Math 53 – Math of Finance

Wednesday, January 24, 2007

Homework 2 --- Due Wednesday, January 31, 2007

These problems all assume constant, or almost constant, interest rates.  It might help to do them all in an Excel workbook and turn in a printed version.

Just the formulas

1.  If you deposit  \$18  at  18%  interest, how much do you have after  18  years if…

(a)  it is simple interest?

(b)  it is compounded yearly?

(c)  it is compounded monthly? (d)  it is compounded continuously?

2.  An account starting with  \$100  is worth  \$300  after exactly  20  years.  What is the

interest rate,  r,  assuming that it is continuously compounded?

3.  What “effective interest rate” (or “annual percentage rate”, or APR) is equivalent to

a continuously compounded rate of  9% ?

Present value

4.  The remaining payments on an old government bond are

--- four payments of  \$1000,  at six month intervals, starting six months from now; and

--- one payment of  \$25,000,  exactly two years from now (at the same time as the

last \$1000 payment).

(a)  If the market risk-free interest rate is (continuously compounded, and

constant for the next two years), compute the present value of the bond.

(b)  From the information given, determine the

original face value, and

original coupon rate

of the bond.

5.  You have won the lottery, and you have a choice of two payment schedules:

t = 1                 t = 2                 t = 3                 t = 4                 t = 5

Plan A             \$20000            \$20000            \$20000            \$10000            zero

Plan B             \$15000            \$15000            \$15000            \$15000            \$15000

For this problem, interest rates are compounded annually, so .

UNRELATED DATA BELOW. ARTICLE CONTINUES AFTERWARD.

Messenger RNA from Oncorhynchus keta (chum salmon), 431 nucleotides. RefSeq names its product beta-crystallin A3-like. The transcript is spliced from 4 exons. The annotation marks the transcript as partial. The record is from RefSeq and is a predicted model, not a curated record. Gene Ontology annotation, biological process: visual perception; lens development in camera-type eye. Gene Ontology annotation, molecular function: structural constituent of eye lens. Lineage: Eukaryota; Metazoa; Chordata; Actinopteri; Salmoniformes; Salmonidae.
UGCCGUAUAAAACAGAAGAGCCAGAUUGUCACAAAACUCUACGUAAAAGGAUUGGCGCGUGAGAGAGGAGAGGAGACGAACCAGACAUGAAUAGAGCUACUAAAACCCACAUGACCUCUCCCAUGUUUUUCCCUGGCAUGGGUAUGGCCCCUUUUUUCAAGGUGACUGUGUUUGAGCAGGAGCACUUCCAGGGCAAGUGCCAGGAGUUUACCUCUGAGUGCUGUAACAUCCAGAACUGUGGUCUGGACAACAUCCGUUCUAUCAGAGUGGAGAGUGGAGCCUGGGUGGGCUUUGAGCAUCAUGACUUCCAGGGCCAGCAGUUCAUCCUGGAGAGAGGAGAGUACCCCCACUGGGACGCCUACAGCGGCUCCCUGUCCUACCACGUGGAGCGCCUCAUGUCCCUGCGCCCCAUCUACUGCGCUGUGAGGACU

(a)  If  R = 0.01,  which plan has the higher present value?

(b)  For what value(s) (if any) of  R  do the two plans have equal present values?

(c)  For which value(s) (if any) of  R  does plan A have the higher expected value?

6.  In the previous problem, suppose all of the payments are advanced by one year, so that the

payment schedules become these:

t = 0                 t = 1                 t = 2                 t = 3                 t = 4

Plan A             \$20000            \$20000            \$20000            \$10000            zero

Plan B             \$15000            \$15000            \$15000            \$15000            \$15000

Do the answers to questions (a), (b), and (c) change?  Find a general principle if you can.

The Rule of 72.

7.  People like to say that if you invest money at constant r% interest, then it doubles in N years

where  rN = 72.  (Or equivalently,  N = 72/r.)  For example, if you invest at 6%, your money doubles in  72 / 6 = 12 years.  This is obviously an approximation, but it’s a pretty good one.

(a)  Do this part in your head in 2 minutes or less:  If you invest \$100 at a constant 6%

interest rate, approximately how much do you have after 24 years?

(b)  Now calculate it more accurately, assuming that the interest is compounded

continuously.  Are you happy with your estimate in part (a) ?

OK,  let’s try one variable-rate problem.

8.  Suppose that everyone knows (with certainty) that the interest rate is going to remain at 4% from now till time  t = 2,  and then jump suddenly to 6% and stay there forever.  (Rates

in this problem are continuously compounded.)

(a)  If you lend \$100 at time  t = 0,  how much will you be owed at time  t = 3 ?

(b)  What would you pay at time  t = 0  for the right to receive \$1 at time  t = 3 ?

(That is, what is P(3) ? )

(c)  Write a formula for  P(t)  that is valid when  t ≥ 2.

(end)